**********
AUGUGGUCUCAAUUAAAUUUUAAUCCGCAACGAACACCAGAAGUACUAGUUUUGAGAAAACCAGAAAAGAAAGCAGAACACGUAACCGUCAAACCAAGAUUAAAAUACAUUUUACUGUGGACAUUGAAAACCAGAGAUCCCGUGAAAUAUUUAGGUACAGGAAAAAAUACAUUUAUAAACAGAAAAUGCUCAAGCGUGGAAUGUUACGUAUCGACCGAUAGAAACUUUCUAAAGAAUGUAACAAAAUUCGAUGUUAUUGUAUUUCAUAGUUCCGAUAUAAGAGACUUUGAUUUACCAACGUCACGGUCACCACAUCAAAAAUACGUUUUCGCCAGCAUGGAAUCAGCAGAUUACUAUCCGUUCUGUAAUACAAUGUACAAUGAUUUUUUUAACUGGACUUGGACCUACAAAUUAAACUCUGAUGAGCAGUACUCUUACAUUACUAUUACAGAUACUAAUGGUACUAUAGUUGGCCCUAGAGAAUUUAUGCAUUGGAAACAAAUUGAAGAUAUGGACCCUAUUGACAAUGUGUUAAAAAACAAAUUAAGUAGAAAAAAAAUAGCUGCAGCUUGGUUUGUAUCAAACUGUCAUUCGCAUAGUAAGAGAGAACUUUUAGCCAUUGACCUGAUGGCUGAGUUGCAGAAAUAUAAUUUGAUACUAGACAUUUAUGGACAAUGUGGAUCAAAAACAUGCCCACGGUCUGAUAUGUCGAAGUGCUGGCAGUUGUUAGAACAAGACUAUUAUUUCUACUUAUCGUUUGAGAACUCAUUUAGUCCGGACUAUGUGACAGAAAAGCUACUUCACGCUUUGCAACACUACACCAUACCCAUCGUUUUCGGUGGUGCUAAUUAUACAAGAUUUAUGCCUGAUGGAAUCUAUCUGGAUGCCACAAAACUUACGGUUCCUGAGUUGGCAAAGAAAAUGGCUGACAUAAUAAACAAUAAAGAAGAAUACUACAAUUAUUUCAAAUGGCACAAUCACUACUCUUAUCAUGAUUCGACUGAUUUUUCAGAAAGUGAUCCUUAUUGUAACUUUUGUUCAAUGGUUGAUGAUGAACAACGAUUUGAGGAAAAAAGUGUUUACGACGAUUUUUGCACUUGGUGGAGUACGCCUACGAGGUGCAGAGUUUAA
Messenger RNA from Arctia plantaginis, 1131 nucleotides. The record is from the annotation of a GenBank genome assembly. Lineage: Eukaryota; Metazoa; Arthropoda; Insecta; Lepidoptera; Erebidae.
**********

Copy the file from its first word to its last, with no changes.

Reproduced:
AUGUGGUCUCAAUUAAAUUUUAAUCCGCAACGAACACCAGAAGUACUAGUUUUGAGAAAACCAGAAAAGAAAGCAGAACACGUAACCGUCAAACCAAGAUUAAAAUACAUUUUACUGUGGACAUUGAAAACCAGAGAUCCCGUGAAAUAUUUAGGUACAGGAAAAAAUACAUUUAUAAACAGAAAAUGCUCAAGCGUGGAAUGUUACGUAUCGACCGAUAGAAACUUUCUAAAGAAUGUAACAAAAUUCGAUGUUAUUGUAUUUCAUAGUUCCGAUAUAAGAGACUUUGAUUUACCAACGUCACGGUCACCACAUCAAAAAUACGUUUUCGCCAGCAUGGAAUCAGCAGAUUACUAUCCGUUCUGUAAUACAAUGUACAAUGAUUUUUUUAACUGGACUUGGACCUACAAAUUAAACUCUGAUGAGCAGUACUCUUACAUUACUAUUACAGAUACUAAUGGUACUAUAGUUGGCCCUAGAGAAUUUAUGCAUUGGAAACAAAUUGAAGAUAUGGACCCUAUUGACAAUGUGUUAAAAAACAAAUUAAGUAGAAAAAAAAUAGCUGCAGCUUGGUUUGUAUCAAACUGUCAUUCGCAUAGUAAGAGAGAACUUUUAGCCAUUGACCUGAUGGCUGAGUUGCAGAAAUAUAAUUUGAUACUAGACAUUUAUGGACAAUGUGGAUCAAAAACAUGCCCACGGUCUGAUAUGUCGAAGUGCUGGCAGUUGUUAGAACAAGACUAUUAUUUCUACUUAUCGUUUGAGAACUCAUUUAGUCCGGACUAUGUGACAGAAAAGCUACUUCACGCUUUGCAACACUACACCAUACCCAUCGUUUUCGGUGGUGCUAAUUAUACAAGAUUUAUGCCUGAUGGAAUCUAUCUGGAUGCCACAAAACUUACGGUUCCUGAGUUGGCAAAGAAAAUGGCUGACAUAAUAAACAAUAAAGAAGAAUACUACAAUUAUUUCAAAUGGCACAAUCACUACUCUUAUCAUGAUUCGACUGAUUUUUCAGAAAGUGAUCCUUAUUGUAACUUUUGUUCAAUGGUUGAUGAUGAACAACGAUUUGAGGAAAAAAGUGUUUACGACGAUUUUUGCACUUGGUGGAGUACGCCUACGAGGUGCAGAGUUUAA
Messenger RNA from Arctia plantaginis, 1131 nucleotides. The record is from the annotation of a GenBank genome assembly. Lineage: Eukaryota; Metazoa; Arthropoda; Insecta; Lepidoptera; Erebidae.